If you handle only ANSI text in English (or characters from BMP) then 80% times if you write:
You will live happy and won't ever have any trouble. Let me post this answer only for who will really need to handle that in the proper way. I'd say everyone should but I know it's not true (quote from Wikipedia):
Because the most commonly used characters are all in the Basic Multilingual Plane, handling of surrogate pairs is often not thoroughly tested. This leads to persistent bugs and potential security holes, even in popular and well-reviewed application software (e.g. CVE-2008-2938, CVE-2012-2135)
Problem of our first naïve solution is that it doesn't handle Unicode properly and it also doesn't consider what user perceive as character. Let's try
"𠀑".Distinct().Count() and your code will wrongly return...2 because its UTF-16 representation is
0xD840 0xDC11 (BTW each of them, alone, is not a valid Unicode character because they're high and low surrogate, respectively).
Here I won't be very strict about terms and definitions so please refer to www.unicode.org as reference. For a (much) more broad discussion please read How can I perform a Unicode aware character by character comparison?, encoding isn't only issue you have to consider.
1) It doesn't take into account that .NET
System.Char doesn't represent a character (or more specifically a grapheme) but a code unit of a UTF-16 encoded text (possible, for example, with ideographic characters). Often they coincide but now always.
2) If you're counting what user thinks (or perceives) as a character then this will fail again because it doesn't check combined characters like ا́ (many examples of this in Arabic language). There are duplicates that exists for historical reasons: for example é it's both a single Unicode code point and a combination (then that code will fail).
3) We're talking about a western/American definition of character. If you're counting characters for end-users you may need to change your definition to what they expect (for example in Korean language definition of character may not be so obvious, another example is Czech text ch that is always counted as a single character). Finally don't forget some strange things when you convert characters to upper case/lower case (for example in German language ß is SS in upper case, see also this post).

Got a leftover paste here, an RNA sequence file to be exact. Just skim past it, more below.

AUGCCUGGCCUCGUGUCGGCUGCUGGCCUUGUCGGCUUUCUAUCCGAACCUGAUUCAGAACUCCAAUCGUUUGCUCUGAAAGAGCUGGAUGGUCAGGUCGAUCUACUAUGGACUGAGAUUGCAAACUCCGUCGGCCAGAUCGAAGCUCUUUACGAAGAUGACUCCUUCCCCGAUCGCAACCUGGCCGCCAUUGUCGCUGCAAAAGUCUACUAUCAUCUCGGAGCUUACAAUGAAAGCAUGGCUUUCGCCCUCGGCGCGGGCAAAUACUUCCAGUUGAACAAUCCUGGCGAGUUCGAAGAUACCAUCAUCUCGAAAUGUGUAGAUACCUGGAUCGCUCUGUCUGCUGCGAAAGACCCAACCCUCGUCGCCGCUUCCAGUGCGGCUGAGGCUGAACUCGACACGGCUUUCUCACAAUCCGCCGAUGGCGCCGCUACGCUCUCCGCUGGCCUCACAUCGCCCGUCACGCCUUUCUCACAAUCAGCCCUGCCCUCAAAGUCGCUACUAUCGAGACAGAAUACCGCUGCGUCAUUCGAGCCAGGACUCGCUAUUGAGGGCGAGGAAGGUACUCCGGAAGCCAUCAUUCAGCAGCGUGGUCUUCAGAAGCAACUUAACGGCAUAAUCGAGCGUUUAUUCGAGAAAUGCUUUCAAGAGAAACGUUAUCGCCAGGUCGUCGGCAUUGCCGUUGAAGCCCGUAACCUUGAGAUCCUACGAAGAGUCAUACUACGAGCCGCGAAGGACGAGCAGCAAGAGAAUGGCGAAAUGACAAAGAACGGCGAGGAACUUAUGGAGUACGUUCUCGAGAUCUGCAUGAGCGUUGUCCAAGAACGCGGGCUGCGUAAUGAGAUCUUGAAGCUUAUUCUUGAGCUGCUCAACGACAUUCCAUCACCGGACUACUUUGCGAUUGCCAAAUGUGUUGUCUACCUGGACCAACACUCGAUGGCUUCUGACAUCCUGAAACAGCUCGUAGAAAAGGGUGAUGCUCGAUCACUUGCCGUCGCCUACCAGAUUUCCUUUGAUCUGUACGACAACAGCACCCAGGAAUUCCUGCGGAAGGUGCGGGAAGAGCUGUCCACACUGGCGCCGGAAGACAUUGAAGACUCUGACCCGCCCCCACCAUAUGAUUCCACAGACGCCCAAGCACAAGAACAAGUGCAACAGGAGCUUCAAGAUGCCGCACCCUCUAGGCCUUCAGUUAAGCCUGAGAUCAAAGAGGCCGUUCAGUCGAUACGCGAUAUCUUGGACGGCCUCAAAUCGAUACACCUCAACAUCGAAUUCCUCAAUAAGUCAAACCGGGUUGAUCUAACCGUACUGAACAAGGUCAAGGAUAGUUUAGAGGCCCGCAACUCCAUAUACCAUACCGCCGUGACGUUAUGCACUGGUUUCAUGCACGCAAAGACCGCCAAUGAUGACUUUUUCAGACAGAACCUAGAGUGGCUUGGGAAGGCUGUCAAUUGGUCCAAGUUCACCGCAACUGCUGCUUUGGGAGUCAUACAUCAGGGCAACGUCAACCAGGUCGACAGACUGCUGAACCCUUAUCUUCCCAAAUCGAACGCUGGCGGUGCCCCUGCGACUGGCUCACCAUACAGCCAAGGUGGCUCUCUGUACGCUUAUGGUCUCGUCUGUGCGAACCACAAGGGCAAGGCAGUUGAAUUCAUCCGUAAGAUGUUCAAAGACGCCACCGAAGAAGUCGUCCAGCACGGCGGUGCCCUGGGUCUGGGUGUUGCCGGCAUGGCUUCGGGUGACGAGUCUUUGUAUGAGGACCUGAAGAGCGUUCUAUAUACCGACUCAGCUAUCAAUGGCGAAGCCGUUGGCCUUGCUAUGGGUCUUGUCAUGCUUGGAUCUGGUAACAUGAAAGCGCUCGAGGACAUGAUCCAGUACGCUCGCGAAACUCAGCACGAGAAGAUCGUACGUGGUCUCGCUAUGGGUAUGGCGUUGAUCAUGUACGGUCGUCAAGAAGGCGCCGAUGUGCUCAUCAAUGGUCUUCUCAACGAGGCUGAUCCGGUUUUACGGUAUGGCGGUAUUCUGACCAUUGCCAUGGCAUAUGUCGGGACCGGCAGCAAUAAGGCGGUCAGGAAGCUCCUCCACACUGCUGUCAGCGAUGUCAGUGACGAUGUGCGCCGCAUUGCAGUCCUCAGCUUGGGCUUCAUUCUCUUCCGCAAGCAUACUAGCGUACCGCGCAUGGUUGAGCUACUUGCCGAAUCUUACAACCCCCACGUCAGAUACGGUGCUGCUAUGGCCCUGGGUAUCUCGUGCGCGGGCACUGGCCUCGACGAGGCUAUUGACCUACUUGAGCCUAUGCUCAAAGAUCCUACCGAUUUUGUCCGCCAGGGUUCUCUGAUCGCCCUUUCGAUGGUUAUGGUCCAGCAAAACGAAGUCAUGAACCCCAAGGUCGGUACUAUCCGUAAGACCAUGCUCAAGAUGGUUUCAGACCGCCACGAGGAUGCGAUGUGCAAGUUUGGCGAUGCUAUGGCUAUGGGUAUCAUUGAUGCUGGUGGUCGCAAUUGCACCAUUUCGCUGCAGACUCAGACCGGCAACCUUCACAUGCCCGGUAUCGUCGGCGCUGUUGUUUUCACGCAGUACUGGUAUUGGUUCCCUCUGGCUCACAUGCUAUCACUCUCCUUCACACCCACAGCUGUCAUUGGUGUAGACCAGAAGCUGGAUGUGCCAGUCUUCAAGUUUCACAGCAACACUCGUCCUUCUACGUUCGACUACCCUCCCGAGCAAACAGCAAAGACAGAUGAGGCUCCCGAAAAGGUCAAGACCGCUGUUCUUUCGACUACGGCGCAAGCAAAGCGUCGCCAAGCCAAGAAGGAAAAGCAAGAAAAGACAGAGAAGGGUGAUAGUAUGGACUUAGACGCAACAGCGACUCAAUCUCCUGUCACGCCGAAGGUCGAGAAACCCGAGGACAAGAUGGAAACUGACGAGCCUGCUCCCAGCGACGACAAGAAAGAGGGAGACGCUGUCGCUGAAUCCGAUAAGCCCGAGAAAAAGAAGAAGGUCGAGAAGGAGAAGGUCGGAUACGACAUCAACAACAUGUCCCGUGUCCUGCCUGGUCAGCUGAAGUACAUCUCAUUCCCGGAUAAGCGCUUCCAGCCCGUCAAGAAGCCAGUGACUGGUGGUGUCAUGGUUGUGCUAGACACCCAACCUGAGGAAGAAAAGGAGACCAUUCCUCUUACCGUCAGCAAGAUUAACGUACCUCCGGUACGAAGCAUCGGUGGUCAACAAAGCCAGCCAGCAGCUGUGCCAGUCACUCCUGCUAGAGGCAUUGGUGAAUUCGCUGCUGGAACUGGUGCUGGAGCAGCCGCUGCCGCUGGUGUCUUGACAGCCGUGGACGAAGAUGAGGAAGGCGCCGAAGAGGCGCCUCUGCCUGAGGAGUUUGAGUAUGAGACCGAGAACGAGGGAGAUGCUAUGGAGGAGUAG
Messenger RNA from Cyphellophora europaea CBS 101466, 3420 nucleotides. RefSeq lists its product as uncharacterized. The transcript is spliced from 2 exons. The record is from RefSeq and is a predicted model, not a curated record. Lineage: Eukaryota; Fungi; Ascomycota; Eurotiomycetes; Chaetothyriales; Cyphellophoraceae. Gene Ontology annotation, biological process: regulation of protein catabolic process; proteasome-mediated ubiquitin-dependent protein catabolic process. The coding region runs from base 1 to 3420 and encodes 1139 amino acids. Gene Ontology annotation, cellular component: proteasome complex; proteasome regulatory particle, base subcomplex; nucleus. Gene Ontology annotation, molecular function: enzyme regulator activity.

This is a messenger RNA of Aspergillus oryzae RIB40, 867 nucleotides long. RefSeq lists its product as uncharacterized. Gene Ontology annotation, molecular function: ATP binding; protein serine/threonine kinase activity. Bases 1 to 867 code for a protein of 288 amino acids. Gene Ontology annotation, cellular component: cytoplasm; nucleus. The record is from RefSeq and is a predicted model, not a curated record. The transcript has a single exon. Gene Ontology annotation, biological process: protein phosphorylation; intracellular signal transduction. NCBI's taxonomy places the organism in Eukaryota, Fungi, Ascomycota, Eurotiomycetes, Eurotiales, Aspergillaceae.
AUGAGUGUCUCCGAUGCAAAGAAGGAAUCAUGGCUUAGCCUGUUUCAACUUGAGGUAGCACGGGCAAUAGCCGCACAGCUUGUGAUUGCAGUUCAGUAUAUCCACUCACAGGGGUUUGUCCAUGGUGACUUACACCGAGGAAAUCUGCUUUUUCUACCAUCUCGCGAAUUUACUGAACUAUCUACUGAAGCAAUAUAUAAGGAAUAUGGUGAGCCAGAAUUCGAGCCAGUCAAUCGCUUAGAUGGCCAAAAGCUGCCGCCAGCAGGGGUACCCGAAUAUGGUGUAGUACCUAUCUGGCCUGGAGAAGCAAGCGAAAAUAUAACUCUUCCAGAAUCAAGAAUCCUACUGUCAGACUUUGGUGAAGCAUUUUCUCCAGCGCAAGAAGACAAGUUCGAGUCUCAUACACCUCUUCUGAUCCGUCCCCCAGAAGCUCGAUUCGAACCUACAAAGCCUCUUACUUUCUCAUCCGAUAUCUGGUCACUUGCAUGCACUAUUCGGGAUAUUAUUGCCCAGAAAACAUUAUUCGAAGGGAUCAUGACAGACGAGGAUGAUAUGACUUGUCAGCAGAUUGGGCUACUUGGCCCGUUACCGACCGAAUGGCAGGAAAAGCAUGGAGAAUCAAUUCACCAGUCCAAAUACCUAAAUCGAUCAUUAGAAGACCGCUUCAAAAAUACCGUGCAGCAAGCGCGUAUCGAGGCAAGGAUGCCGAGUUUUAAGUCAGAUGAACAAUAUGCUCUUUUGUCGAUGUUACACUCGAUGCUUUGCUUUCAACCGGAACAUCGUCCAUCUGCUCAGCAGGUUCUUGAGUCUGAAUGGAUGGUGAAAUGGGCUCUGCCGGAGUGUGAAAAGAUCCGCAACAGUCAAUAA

C# strings are encoded as UTF-16 (
char is two bytes) but UTF-16 isn't a fixed size encoding and
char should be properly called code unit. What does it mean? That you may have a
Length is 2 but actually user will see (and it's actually is) just one character (then count should be 1).
If you need to handle this properly then you have to make things much more complicated (and slow). Fortunately
Char class has some helpful methods to handle surrogates.
Following code is untested (and for illustration purposes so absolutely not optimized, I'm sure it can be done much better than this) so get it just as starting point for further investigations:
int CountCharacters(string text)
HashSet<string> characters = new HashSet<string>();
string currentCharacter = "";
for (int i = 0; i < text.Length; ++i)
if (Char.IsHighSurrogate(text, i))
// Do not count this, next one will give the full pair
currentCharacter = text[i].ToString();
else if (Char.IsLowSurrogate(text, i))
// Our "character" is encoded as previous one plus this one
currentCharacter += text[i];
currentCharacter = text[i].ToString();
Note that this example doesn't handle duplicates (when same character may have different codes or can be a single code point or a combined character).
If you have to handle combined characters (and of course encoding) then best way to do it is to use StringInfo class. You'll enumerate (and then count) both combined and encoded characters:
Walk() is a trivial to implement extension method that simply walks through all
IEnumerator elements (we need it because
IEnumerator instead of
Please note that after text has been properly splitted it can be counted with our first solution (the point is that brick isn't
char but a sequence of
char (for simplicity here returned as
string itself). Again this code doesn't handle duplicates.
There is not much you can do to handle issues listed at point 3. Each language has its own rules and to support them all can be a pain. More examples about culture issues on this longer specific post.
It's important to be aware of them (so you have to know little bit about languages you're targeting) and don't forget that Unicode and few translated resx files won't make your application global.
If text processing is important in your application you can solve many issues using specialized DLLs for each locale you support (to count characters, to count words and so on) like Word Processors do. For example, issues I listed can be simply solved using dictionaries. What I usually do is to do not use standard .NET functions for strings (also because of some bugs), I create a Unicode class with static methods for everything I need (character counting, conversions, comparison) and many specialized derived classes for each supported language. At run-time that static methods will user current thread culture name to pick proper implementation from a dictionary and to delegate work to that. A skeleton may be something like this:
abstract class Unicode
public static string CountCharacters(string text)
protected virtual string CountCharactersCore(string text)
// Default implementation, overridden in derived classes if needed
private Dictionary<string, Unicode> _implementations;
private Unicode GetConcreteClass()
string cultureName = Thread.Current.CurrentCulture.Name;
// Check if concrete class has been loaded and put in dictionary